I've gotten a lot of answers to this question since arriving here at Berks-Mont Newspapers in mid-December.As managing editor, the guy essentially responsible for all editorial content in our nine local weeklies and numerous special editions, I've spent some time in all of our local offices from Hamburg to West Reading to Boyertown and now Quakertown.

I've worked with our already talented staff to improve the quality of all our newspapers and the service they provide to their communities.

However, that, of course, begs the question of exactly what that service should be.

When it comes to the local newspaper, a medium that arrives at our home every day or we pick up at our favorite convenience store or other local retailer, I've always found that readers are never shy about making suggestions.

That's pretty much as it should be when dealing with one of the few media where content is actually still created in our own community instead of halfway across the country or even halfway around the world.

Here at Berks-Mont Newspapers we've tried to make that connection with readers even more immediate by adding local columns from our editors like this one, listing our names and contact information in our papers and on our website at www.berksmontnews.com and now even by adding blogs from our editors on line.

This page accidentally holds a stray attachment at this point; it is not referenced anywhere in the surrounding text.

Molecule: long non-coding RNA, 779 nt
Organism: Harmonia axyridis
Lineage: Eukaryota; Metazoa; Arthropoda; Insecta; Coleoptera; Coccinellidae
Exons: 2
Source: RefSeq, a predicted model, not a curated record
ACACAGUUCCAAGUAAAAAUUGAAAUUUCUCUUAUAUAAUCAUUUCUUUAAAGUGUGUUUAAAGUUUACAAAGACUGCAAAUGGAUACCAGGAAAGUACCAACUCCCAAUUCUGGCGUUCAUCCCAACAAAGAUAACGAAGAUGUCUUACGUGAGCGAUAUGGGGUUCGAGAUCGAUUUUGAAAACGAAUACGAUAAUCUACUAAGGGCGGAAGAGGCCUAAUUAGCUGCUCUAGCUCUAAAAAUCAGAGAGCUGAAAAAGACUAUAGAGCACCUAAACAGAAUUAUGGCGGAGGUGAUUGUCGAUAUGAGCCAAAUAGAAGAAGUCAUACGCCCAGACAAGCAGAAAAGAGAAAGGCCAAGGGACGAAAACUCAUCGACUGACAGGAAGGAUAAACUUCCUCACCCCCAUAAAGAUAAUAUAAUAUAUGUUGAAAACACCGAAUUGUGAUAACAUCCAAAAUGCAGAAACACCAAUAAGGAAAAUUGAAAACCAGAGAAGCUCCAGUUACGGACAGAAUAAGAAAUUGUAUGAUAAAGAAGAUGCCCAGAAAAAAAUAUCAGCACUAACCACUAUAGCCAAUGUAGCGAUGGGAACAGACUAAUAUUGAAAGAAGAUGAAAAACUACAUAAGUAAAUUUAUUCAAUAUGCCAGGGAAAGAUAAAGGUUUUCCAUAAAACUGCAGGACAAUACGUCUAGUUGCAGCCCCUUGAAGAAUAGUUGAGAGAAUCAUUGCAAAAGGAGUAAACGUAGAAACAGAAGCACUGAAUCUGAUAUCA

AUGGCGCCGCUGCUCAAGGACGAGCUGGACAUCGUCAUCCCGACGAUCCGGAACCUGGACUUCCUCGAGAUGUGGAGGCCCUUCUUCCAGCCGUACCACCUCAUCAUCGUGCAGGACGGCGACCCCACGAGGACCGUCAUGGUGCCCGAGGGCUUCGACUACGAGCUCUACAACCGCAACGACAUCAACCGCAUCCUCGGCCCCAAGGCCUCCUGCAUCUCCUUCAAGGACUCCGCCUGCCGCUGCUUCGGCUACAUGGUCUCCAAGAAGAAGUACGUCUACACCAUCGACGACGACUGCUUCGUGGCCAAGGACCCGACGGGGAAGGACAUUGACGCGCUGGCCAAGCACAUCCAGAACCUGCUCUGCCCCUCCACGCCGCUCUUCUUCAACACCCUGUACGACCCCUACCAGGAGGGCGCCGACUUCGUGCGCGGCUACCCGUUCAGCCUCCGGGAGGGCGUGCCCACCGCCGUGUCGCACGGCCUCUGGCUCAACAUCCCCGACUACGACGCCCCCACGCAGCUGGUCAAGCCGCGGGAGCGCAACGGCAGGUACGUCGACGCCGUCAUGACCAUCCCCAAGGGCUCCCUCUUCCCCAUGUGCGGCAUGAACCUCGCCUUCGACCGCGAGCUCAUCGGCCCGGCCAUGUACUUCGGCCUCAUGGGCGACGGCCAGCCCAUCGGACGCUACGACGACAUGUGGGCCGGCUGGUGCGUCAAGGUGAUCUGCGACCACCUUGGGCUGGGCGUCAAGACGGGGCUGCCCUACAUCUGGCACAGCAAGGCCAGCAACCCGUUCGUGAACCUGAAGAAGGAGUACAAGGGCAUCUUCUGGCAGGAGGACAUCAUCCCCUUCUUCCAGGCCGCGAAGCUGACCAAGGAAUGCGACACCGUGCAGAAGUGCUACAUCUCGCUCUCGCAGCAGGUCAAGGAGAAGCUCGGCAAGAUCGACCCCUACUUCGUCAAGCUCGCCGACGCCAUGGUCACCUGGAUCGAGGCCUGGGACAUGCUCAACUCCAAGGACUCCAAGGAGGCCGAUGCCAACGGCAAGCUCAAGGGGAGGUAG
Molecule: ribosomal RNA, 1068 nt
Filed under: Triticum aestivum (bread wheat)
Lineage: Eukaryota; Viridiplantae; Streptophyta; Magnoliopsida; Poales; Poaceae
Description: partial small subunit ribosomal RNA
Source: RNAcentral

By the way, four of our local editors now offer such locations in cyberspace: my own at http://www3.allaroundphilly.com/blogs/berksmont/shawnh/blog.html, Matt Reichl, editor of The Boyertown Area Times at http://www3.allaroundphilly.com/blogs /berksmont/mattr/blog.html, Heather Tassmer, editor of The News of Southern Berks at http://www3.allaroundphilly.com/blogs /berksmont/heathert/blog.html, and Berks-Mont sports editor Ric Webb at http://www3.allaroundphilly.com/blogs /berksmont/ricw/blog.html.

Comment sections on these blogs are more immediate than writing a letter or sometimes even then sending an e-mail or picking up a telephone. (We may not be in the office to respond to either at any given moment.)

With our home in cyberspace you can get on line anytime night or day and really tell us what you think but please watch your language.

Despite all these means to gauge our readers the question still persists: what does make a great local newspaper?

The answers I've gotten by talking to readers and even other editors and columnists have varied.

Some say it's a hometown folksy feel, or not just concentrating on the bad news or sensationalizing the way big daily newspapers are perceived to do. Some say it is controversy or popular columnists or covering just the right number of events from each community or juicy neighborhood gossip or photos or stories about the people you know.

Maybe I'm old fashioned. I think it's the news. We could take all the demographic surveys we wanted, assess all of our readers and study them to discover their habits and preferences.

Look to our newspapers to bring ever more of this information to you each week. Sure, we'll try to make it entertaining, stimulating and always unquestionably local, but most important we'll make it news you need to know.

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